This massive development will not only overwhelm the streets, but the rest of the local infrastructure, including sidewalks, water, electric and gas utilities, and the ability of the already understaffed local police and fire departments to maintain a safe environment and to respond to emergencies.  

The Alien Implants will also alter Hollywood’s skyline, creating vertical blight as the 585 foot and 495 foot skyscrapers will dwarf not only the iconic Capitol Records building, but every other structure in Hollywood, including the new but struggling W Hotel complex at Hollywood and Vine. 

And more than likely, these crafty New York developers will try to further increase their haul at our expense through the use of highly profitable super graphics, digital billboards, or other messaging technology, adding to City’s already considerable billboard blight. 

But the most distressing aspect of the Millennium Hollywood project is the ability of the developer to “cajole, strong arm, or financially incentivize city politicians into making concessions and giving breaks” without the proper consideration of the impact on local and regional traffic and Hollywood’s 190,000 residents. 

While we may discount Hollywood’s battle to preserve its community, the same forces that want to destroy its very fabric will be looking to  create oversized and out of character developments throughout the City.  

That is why all Neighborhood Councils, homeowners associations, and community groups need to join Hollywood in opposing the 1.1 million square foot Millennium Hollywood project and the Alien Implants.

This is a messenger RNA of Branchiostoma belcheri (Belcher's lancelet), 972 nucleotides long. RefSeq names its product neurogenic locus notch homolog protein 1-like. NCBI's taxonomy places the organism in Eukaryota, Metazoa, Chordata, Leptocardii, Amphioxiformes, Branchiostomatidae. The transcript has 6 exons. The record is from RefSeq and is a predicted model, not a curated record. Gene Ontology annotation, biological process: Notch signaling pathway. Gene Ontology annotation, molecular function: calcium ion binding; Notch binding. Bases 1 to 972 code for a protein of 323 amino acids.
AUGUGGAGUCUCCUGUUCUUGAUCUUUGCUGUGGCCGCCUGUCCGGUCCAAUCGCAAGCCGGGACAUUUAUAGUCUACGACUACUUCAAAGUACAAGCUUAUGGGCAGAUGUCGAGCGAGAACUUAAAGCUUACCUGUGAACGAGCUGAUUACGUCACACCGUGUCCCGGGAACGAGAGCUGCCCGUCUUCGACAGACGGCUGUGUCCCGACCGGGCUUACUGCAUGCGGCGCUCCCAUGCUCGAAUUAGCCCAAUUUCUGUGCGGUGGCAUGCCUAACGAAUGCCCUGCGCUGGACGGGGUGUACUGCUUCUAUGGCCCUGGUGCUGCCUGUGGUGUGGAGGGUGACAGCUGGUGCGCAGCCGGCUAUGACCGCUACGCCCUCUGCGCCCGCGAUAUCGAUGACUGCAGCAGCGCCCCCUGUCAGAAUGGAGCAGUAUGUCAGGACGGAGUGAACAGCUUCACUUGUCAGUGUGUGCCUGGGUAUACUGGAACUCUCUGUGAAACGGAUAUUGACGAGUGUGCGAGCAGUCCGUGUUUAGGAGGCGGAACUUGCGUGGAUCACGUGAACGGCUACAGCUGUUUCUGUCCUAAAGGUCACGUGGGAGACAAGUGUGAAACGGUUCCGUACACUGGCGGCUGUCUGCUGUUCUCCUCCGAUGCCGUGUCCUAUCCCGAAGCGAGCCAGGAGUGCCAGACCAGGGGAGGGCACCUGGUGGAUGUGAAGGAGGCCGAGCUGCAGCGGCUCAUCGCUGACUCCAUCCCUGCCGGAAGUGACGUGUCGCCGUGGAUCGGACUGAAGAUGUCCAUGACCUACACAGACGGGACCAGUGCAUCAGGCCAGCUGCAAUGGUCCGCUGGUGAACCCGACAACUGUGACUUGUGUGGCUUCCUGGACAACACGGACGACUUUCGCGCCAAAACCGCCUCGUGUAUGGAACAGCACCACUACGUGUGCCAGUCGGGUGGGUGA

We need to pressure the members of the City Council to reject the recommendations of the politically appointed, density loving Planning Commission and to consider revising the Hollywood Community Plan that was based on flawed projections of population growth.  

The City Council should also direct that the height of any buildings be limited to the current level of 150 feet.  

The City also needs to develop a credible analysis of the development’s impact on traffic that complies with the state environmental and transportation laws and policies and takes into consideration the 57 other projects that are currently being developed or planned for Hollywood. 

In 61 days, we will have a new mayor and a reconfigured City Council.  What better way to earn our trust and confidence by realizing that our neighborhoods are not for sale to well-heeled, slick talking, non-transparent, self-serving real estate developers who are not willing to respect our communities and their values. 

To learn more about the Millennium Hollywood project, visit Stop the Millennium Hollywood Project or Millennium Hollywood.

 

(Jack Humphreville writes LA Watchdog for CityWatch. He is the President of the DWP Advocacy Committee,  the Ratepayer Advocate for the Greater Wilshire Neighborhood Council, and a Neighborhood Council Budget Advocate. Humphreville is the publisher of the Recycler Classifieds -- www.recycler.com. He can be reached at: [email protected]. Hear Jack every Tuesday morning at 6:20 on McIntyre in the Morning, KABC Radio 790.) Graphic credit: LA Daily News.
-cw
 

 

 

CityWatch

Vol 11 Issue 35

Pub: Apr 30, 2013